32. T. Hodler says:

    @Austin: I haven’t read Watchmen in years, but the last time I did, I remember thinking there were a lot more impressive techniques used than clumsy ones. Which isn’t to say that moments like the one you cite aren’t there. Sometimes an innovator’s techniques can look pretty awkward in a really short time if his/her methods are adopted and absorbed by others, as pretty clearly happened with Moore. That said, even if you’re right, it’s just another wrinkle: some techniques are only clumsily cartoonic, just as there are novelists who struggle to achieve literary effects that are beyond their powers.

  33. Frank Santoro says:

    austin- yah but remember those devices are 20 yrs old now, were fresher then, and those odd transitions often set up more elegant ones. jab, cross, uppercut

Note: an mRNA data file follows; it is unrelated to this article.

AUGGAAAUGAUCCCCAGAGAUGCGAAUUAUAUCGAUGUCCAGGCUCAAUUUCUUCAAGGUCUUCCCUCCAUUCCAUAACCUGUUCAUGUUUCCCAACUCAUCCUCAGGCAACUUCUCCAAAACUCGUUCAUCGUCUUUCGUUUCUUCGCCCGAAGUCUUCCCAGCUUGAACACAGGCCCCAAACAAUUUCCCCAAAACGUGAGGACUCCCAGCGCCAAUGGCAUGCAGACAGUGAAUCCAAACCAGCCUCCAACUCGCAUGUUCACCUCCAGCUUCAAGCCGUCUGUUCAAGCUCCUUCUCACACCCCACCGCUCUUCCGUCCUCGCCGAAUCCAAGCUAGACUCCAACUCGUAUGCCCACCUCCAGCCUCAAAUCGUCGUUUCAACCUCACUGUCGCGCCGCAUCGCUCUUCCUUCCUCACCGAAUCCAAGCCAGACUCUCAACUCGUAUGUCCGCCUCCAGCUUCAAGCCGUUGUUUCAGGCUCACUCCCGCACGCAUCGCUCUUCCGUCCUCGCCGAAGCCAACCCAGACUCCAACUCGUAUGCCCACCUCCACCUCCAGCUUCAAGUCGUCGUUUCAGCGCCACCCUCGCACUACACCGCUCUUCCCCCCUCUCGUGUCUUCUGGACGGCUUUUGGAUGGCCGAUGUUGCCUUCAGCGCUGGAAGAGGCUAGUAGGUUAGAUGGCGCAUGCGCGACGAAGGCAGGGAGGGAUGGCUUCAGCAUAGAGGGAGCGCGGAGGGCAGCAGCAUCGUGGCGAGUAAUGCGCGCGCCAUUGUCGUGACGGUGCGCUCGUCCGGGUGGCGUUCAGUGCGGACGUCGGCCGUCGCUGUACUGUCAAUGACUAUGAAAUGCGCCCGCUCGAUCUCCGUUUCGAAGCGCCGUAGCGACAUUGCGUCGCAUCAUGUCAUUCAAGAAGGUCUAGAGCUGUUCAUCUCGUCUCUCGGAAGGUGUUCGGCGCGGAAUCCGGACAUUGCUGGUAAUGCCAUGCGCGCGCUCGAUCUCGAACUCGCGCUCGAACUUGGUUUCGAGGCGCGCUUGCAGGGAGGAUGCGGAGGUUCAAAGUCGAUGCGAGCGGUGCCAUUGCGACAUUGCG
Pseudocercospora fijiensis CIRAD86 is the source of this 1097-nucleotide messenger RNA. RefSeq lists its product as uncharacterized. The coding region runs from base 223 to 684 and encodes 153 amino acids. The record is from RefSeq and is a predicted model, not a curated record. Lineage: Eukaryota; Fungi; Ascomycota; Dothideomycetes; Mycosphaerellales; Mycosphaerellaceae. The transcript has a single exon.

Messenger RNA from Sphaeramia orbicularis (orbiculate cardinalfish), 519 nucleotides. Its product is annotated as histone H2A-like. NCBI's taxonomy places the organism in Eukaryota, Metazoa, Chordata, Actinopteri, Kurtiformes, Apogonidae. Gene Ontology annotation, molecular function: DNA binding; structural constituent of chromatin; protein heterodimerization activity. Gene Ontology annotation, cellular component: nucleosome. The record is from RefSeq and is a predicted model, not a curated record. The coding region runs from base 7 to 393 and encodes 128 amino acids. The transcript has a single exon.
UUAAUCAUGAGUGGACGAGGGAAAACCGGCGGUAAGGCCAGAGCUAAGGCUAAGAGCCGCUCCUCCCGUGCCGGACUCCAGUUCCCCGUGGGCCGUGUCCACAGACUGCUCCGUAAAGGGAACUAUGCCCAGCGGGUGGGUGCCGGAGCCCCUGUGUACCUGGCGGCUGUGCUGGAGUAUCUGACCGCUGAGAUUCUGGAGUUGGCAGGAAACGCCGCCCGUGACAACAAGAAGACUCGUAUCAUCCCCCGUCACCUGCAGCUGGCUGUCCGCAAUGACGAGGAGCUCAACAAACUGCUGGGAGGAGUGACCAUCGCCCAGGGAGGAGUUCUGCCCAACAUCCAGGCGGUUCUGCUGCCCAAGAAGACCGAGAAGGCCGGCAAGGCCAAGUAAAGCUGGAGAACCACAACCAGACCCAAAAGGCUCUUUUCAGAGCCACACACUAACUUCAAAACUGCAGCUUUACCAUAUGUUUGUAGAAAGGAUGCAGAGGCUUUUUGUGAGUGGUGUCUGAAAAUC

34. Anonymous says:

    Moore’s best book was From Hell, I think – not least because Eddie Campbell really kept a handle on Moore’s usual ‘tricks’. Was probably his most ‘British’ work, too.

  35. Frank Santoro says:

    did we come up with a word, a comics equivalent to “cinematic” yet?

  36. by Michael DeForge says:

    how about “McCloudy”?

  37. DerikB says:

    In the poetic literary vein: Warren Craghead, especially How To Be Everywhere. One of the best comics of the past 2 years. I’ve still not managed to articulate its awesomeness.

    Tim: I’m going to have to look up Jablowski. Never read him.

  38. Frank Santoro says:


  39. Austin English says:

    Yeah, I know. I was just jokin’— I think Watchmen is fine, but it’s just not for me.